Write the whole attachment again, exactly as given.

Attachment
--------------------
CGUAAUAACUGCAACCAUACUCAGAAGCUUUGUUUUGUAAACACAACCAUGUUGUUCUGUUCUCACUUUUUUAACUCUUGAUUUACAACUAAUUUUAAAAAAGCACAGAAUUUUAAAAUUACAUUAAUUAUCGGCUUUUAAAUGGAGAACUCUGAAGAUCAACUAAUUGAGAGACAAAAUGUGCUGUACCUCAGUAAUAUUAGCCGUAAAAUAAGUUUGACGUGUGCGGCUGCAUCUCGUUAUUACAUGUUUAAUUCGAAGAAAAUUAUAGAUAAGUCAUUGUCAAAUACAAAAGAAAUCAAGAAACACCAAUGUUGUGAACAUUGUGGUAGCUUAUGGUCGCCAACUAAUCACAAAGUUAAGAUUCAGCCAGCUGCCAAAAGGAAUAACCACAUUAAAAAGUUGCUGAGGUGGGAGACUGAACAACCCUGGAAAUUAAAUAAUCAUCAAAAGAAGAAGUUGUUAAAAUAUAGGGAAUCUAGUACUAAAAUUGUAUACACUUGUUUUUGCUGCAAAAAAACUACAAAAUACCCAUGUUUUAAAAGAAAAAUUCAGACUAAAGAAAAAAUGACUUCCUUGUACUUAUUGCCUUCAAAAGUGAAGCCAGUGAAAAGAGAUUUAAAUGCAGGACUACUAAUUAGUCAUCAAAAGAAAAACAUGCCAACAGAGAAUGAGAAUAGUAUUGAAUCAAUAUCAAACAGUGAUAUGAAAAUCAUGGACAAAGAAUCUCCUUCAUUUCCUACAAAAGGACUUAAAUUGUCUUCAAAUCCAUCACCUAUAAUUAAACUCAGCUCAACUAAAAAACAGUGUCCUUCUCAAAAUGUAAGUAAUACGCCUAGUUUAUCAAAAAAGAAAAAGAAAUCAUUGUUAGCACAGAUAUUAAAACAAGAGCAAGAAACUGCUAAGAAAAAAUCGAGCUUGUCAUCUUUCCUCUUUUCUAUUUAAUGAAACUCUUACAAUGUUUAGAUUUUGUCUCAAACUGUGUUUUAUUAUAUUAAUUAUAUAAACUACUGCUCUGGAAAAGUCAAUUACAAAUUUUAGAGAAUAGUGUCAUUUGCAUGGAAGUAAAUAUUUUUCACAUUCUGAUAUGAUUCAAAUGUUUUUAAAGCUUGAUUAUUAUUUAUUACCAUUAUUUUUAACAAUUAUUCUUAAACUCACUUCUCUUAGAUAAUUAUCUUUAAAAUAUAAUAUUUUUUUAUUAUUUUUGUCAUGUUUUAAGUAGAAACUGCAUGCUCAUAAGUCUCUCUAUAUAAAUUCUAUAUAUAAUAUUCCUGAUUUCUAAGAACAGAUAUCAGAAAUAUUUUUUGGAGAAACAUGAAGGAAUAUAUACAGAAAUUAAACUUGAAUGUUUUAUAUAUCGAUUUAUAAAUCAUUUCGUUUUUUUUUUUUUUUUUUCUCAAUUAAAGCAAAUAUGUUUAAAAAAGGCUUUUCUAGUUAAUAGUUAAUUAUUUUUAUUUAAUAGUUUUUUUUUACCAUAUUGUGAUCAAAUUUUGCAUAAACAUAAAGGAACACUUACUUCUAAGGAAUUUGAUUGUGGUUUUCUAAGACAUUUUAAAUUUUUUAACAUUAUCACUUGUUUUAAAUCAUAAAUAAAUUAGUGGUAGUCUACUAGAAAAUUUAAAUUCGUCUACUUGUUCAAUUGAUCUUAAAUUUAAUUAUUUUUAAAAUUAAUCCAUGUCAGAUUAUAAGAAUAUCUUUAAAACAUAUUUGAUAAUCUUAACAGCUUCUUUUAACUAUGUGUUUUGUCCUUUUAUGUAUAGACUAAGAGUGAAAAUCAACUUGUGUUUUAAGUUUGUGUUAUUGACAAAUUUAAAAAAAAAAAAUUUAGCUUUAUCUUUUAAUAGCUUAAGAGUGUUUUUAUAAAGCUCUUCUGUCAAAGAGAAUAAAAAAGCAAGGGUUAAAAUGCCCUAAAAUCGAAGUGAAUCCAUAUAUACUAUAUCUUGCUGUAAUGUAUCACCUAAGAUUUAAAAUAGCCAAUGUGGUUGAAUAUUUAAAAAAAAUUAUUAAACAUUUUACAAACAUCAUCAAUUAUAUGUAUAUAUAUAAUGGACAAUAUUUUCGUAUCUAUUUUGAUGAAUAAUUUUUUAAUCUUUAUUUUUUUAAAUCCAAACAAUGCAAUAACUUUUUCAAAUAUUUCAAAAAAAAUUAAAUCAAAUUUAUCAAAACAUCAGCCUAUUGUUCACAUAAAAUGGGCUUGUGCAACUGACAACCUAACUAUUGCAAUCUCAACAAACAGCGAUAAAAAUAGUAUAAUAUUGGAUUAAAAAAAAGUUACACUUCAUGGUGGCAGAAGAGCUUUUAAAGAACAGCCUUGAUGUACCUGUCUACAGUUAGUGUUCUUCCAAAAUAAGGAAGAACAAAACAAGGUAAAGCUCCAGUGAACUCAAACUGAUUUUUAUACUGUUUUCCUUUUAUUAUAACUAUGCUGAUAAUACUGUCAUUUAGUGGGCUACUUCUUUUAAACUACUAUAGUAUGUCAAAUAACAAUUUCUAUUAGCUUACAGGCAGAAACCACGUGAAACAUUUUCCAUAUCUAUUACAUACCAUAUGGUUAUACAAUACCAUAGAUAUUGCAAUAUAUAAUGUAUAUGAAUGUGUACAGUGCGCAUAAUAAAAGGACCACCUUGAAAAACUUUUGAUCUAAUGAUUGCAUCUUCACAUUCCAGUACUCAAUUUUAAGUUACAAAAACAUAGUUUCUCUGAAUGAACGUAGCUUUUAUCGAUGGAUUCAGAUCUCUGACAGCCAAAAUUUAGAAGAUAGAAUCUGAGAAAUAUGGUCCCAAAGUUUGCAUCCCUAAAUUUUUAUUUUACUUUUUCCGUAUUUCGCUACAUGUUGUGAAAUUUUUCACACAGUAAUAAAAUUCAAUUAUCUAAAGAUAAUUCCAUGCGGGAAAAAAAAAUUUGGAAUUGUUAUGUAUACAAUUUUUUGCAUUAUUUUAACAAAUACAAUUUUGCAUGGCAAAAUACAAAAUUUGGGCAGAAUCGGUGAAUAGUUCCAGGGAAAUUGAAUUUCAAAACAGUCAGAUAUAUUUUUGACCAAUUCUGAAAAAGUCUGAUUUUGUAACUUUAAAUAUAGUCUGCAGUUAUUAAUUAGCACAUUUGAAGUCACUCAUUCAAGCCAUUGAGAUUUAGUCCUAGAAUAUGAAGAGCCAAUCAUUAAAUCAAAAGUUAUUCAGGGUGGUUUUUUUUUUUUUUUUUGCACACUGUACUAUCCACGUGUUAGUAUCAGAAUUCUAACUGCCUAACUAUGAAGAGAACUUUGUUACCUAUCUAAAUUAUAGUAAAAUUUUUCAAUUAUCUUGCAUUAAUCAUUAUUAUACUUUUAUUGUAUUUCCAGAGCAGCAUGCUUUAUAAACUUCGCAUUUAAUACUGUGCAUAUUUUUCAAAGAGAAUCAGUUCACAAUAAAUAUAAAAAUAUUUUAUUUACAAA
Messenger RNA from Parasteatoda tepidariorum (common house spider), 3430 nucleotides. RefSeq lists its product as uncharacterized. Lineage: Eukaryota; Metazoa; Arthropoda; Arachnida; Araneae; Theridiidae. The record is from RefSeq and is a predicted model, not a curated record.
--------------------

CGUAAUAACUGCAACCAUACUCAGAAGCUUUGUUUUGUAAACACAACCAUGUUGUUCUGUUCUCACUUUUUUAACUCUUGAUUUACAACUAAUUUUAAAAAAGCACAGAAUUUUAAAAUUACAUUAAUUAUCGGCUUUUAAAUGGAGAACUCUGAAGAUCAACUAAUUGAGAGACAAAAUGUGCUGUACCUCAGUAAUAUUAGCCGUAAAAUAAGUUUGACGUGUGCGGCUGCAUCUCGUUAUUACAUGUUUAAUUCGAAGAAAAUUAUAGAUAAGUCAUUGUCAAAUACAAAAGAAAUCAAGAAACACCAAUGUUGUGAACAUUGUGGUAGCUUAUGGUCGCCAACUAAUCACAAAGUUAAGAUUCAGCCAGCUGCCAAAAGGAAUAACCACAUUAAAAAGUUGCUGAGGUGGGAGACUGAACAACCCUGGAAAUUAAAUAAUCAUCAAAAGAAGAAGUUGUUAAAAUAUAGGGAAUCUAGUACUAAAAUUGUAUACACUUGUUUUUGCUGCAAAAAAACUACAAAAUACCCAUGUUUUAAAAGAAAAAUUCAGACUAAAGAAAAAAUGACUUCCUUGUACUUAUUGCCUUCAAAAGUGAAGCCAGUGAAAAGAGAUUUAAAUGCAGGACUACUAAUUAGUCAUCAAAAGAAAAACAUGCCAACAGAGAAUGAGAAUAGUAUUGAAUCAAUAUCAAACAGUGAUAUGAAAAUCAUGGACAAAGAAUCUCCUUCAUUUCCUACAAAAGGACUUAAAUUGUCUUCAAAUCCAUCACCUAUAAUUAAACUCAGCUCAACUAAAAAACAGUGUCCUUCUCAAAAUGUAAGUAAUACGCCUAGUUUAUCAAAAAAGAAAAAGAAAUCAUUGUUAGCACAGAUAUUAAAACAAGAGCAAGAAACUGCUAAGAAAAAAUCGAGCUUGUCAUCUUUCCUCUUUUCUAUUUAAUGAAACUCUUACAAUGUUUAGAUUUUGUCUCAAACUGUGUUUUAUUAUAUUAAUUAUAUAAACUACUGCUCUGGAAAAGUCAAUUACAAAUUUUAGAGAAUAGUGUCAUUUGCAUGGAAGUAAAUAUUUUUCACAUUCUGAUAUGAUUCAAAUGUUUUUAAAGCUUGAUUAUUAUUUAUUACCAUUAUUUUUAACAAUUAUUCUUAAACUCACUUCUCUUAGAUAAUUAUCUUUAAAAUAUAAUAUUUUUUUAUUAUUUUUGUCAUGUUUUAAGUAGAAACUGCAUGCUCAUAAGUCUCUCUAUAUAAAUUCUAUAUAUAAUAUUCCUGAUUUCUAAGAACAGAUAUCAGAAAUAUUUUUUGGAGAAACAUGAAGGAAUAUAUACAGAAAUUAAACUUGAAUGUUUUAUAUAUCGAUUUAUAAAUCAUUUCGUUUUUUUUUUUUUUUUUUCUCAAUUAAAGCAAAUAUGUUUAAAAAAGGCUUUUCUAGUUAAUAGUUAAUUAUUUUUAUUUAAUAGUUUUUUUUUACCAUAUUGUGAUCAAAUUUUGCAUAAACAUAAAGGAACACUUACUUCUAAGGAAUUUGAUUGUGGUUUUCUAAGACAUUUUAAAUUUUUUAACAUUAUCACUUGUUUUAAAUCAUAAAUAAAUUAGUGGUAGUCUACUAGAAAAUUUAAAUUCGUCUACUUGUUCAAUUGAUCUUAAAUUUAAUUAUUUUUAAAAUUAAUCCAUGUCAGAUUAUAAGAAUAUCUUUAAAACAUAUUUGAUAAUCUUAACAGCUUCUUUUAACUAUGUGUUUUGUCCUUUUAUGUAUAGACUAAGAGUGAAAAUCAACUUGUGUUUUAAGUUUGUGUUAUUGACAAAUUUAAAAAAAAAAAAUUUAGCUUUAUCUUUUAAUAGCUUAAGAGUGUUUUUAUAAAGCUCUUCUGUCAAAGAGAAUAAAAAAGCAAGGGUUAAAAUGCCCUAAAAUCGAAGUGAAUCCAUAUAUACUAUAUCUUGCUGUAAUGUAUCACCUAAGAUUUAAAAUAGCCAAUGUGGUUGAAUAUUUAAAAAAAAUUAUUAAACAUUUUACAAACAUCAUCAAUUAUAUGUAUAUAUAUAAUGGACAAUAUUUUCGUAUCUAUUUUGAUGAAUAAUUUUUUAAUCUUUAUUUUUUUAAAUCCAAACAAUGCAAUAACUUUUUCAAAUAUUUCAAAAAAAAUUAAAUCAAAUUUAUCAAAACAUCAGCCUAUUGUUCACAUAAAAUGGGCUUGUGCAACUGACAACCUAACUAUUGCAAUCUCAACAAACAGCGAUAAAAAUAGUAUAAUAUUGGAUUAAAAAAAAGUUACACUUCAUGGUGGCAGAAGAGCUUUUAAAGAACAGCCUUGAUGUACCUGUCUACAGUUAGUGUUCUUCCAAAAUAAGGAAGAACAAAACAAGGUAAAGCUCCAGUGAACUCAAACUGAUUUUUAUACUGUUUUCCUUUUAUUAUAACUAUGCUGAUAAUACUGUCAUUUAGUGGGCUACUUCUUUUAAACUACUAUAGUAUGUCAAAUAACAAUUUCUAUUAGCUUACAGGCAGAAACCACGUGAAACAUUUUCCAUAUCUAUUACAUACCAUAUGGUUAUACAAUACCAUAGAUAUUGCAAUAUAUAAUGUAUAUGAAUGUGUACAGUGCGCAUAAUAAAAGGACCACCUUGAAAAACUUUUGAUCUAAUGAUUGCAUCUUCACAUUCCAGUACUCAAUUUUAAGUUACAAAAACAUAGUUUCUCUGAAUGAACGUAGCUUUUAUCGAUGGAUUCAGAUCUCUGACAGCCAAAAUUUAGAAGAUAGAAUCUGAGAAAUAUGGUCCCAAAGUUUGCAUCCCUAAAUUUUUAUUUUACUUUUUCCGUAUUUCGCUACAUGUUGUGAAAUUUUUCACACAGUAAUAAAAUUCAAUUAUCUAAAGAUAAUUCCAUGCGGGAAAAAAAAAUUUGGAAUUGUUAUGUAUACAAUUUUUUGCAUUAUUUUAACAAAUACAAUUUUGCAUGGCAAAAUACAAAAUUUGGGCAGAAUCGGUGAAUAGUUCCAGGGAAAUUGAAUUUCAAAACAGUCAGAUAUAUUUUUGACCAAUUCUGAAAAAGUCUGAUUUUGUAACUUUAAAUAUAGUCUGCAGUUAUUAAUUAGCACAUUUGAAGUCACUCAUUCAAGCCAUUGAGAUUUAGUCCUAGAAUAUGAAGAGCCAAUCAUUAAAUCAAAAGUUAUUCAGGGUGGUUUUUUUUUUUUUUUUUGCACACUGUACUAUCCACGUGUUAGUAUCAGAAUUCUAACUGCCUAACUAUGAAGAGAACUUUGUUACCUAUCUAAAUUAUAGUAAAAUUUUUCAAUUAUCUUGCAUUAAUCAUUAUUAUACUUUUAUUGUAUUUCCAGAGCAGCAUGCUUUAUAAACUUCGCAUUUAAUACUGUGCAUAUUUUUCAAAGAGAAUCAGUUCACAAUAAAUAUAAAAAUAUUUUAUUUACAAA
Messenger RNA from Parasteatoda tepidariorum (common house spider), 3430 nucleotides. RefSeq lists its product as uncharacterized. Lineage: Eukaryota; Metazoa; Arthropoda; Arachnida; Araneae; Theridiidae. The record is from RefSeq and is a predicted model, not a curated record.